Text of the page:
Demarcation Sparks Violence In Gola Forest National Park
Gbarpolu County – The December 2016 Act establishing the Gola Forest National Park clearly states government and citizens’ mutual responsibilities in the management of the natural reserve..
“If any land over which the Gola Forest National Park is established is private property and deeded, the Government shall provide prompt payment and just compensation to the property owners.
Where there are towns and villagers within areas designated as the park, these towns and villages shall be set aside and their residents shall be allowed to carry out their normal activities without interference,” states Part 2 Section 8 of the Act.
The Act also states that the Forestry Development Authority (FDA) shall, in consultation with local communities, counties and other local authorities issue regulations governing activities in the park.
But in complete contravention of the terms and conditions of the Act establishing the park, this paper has gathered that operatives of the Liberian government through the FDA have completely sidelined local inhabitants’ participation.
On February 15, 2018 the FDA led a posse of armed hunters in close proximity of Camp Alpha to demarcate areas reportedly falling under Liberia’s new forest park bailiwick.
New Land Dispute Hotspot?
According to Camp Alpha Youth chairperson, a farmer had ran into the town on February 15 to report that some unidentified surveyors and armed men had encroached on his land.
“When we got on the site and approached them, one of the armed FDA-hired hunters attempted to fire at us.”
“That’s when we disarmed the two-armed FDA hunters after a lengthy scuffle. We presently have in our possession the two single barrel shotguns that they attempted to shoot at us with,” says the youth chairperson, Robert Garziah.
Camp Alpha Town, one of Kongba District’s 15 towns, is situated few kilometers away from the soon-to-be demarcated Gola forest in Gbarpolu County, northwest Liberia.
It hosts approximately 3,000 inhabitants who are mainly on rice farmers and artisanal diamond miners.
The inhabitants claim to pay taxes to the government of Liberia through the Ministry of Lands, Mines and Energy even before passage of the Gola Forest National Park Act into Law.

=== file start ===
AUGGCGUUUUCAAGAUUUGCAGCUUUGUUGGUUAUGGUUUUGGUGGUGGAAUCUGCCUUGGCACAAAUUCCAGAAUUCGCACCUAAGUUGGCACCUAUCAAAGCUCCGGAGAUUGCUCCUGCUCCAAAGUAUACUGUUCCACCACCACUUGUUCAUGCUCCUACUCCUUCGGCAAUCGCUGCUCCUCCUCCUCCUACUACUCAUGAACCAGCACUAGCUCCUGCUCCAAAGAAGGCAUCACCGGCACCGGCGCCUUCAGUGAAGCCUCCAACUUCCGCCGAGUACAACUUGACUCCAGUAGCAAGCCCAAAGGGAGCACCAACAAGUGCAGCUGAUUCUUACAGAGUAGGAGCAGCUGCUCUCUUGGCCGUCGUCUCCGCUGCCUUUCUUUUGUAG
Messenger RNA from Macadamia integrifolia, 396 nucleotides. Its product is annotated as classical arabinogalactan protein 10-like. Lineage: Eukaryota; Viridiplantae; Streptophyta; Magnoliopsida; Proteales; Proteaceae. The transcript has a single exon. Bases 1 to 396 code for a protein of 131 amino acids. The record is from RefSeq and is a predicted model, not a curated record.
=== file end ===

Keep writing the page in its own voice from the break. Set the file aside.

Prior to passage of the Act into law, former President Ellen Johnson Sirleaf in May 2009, along with her Sierra Leonean counterpart, launched an EU founded trans-boundary Peace Park for Sierra Leone and Liberia, giving birth to the establishment of the Gola National Park covering around 88,000 hectres.
The Peace Park was to be managed by BirdLife International in collaboration with five implementing organizations: the Forestry Division in Sierra Leone, the Forestry Development Authority in Liberia, Conservation Society of Sierra Leone (BirdLife in Sierra Leone), the Society for Conservation of Nature in Liberia (BirdLife in Liberia) and the RSPB (BirdLife in UK).
Lack of proper forest governance and limited government capacity have led to limited conservation activities such as law enforcement and improved forest governance. As a result, 70% of the Upper Guinea Forest has been lost and the remainder is highly fragmented.
Liberia holds the largest remaining portion (42%). The Gola National Forest is one of the largest remaining areas of intact rainforest.
The original proposal said the National Park will cover an area where no permanent settlements are found; the communities will continue to have access to the forest area (and its products) outside the proposed park, in what will remain as Gola National Forest.
But, according to Camp Alpha residents, approximately 25 farms and an unspecified spread of diamond mines will be swallowed in the new demarcation.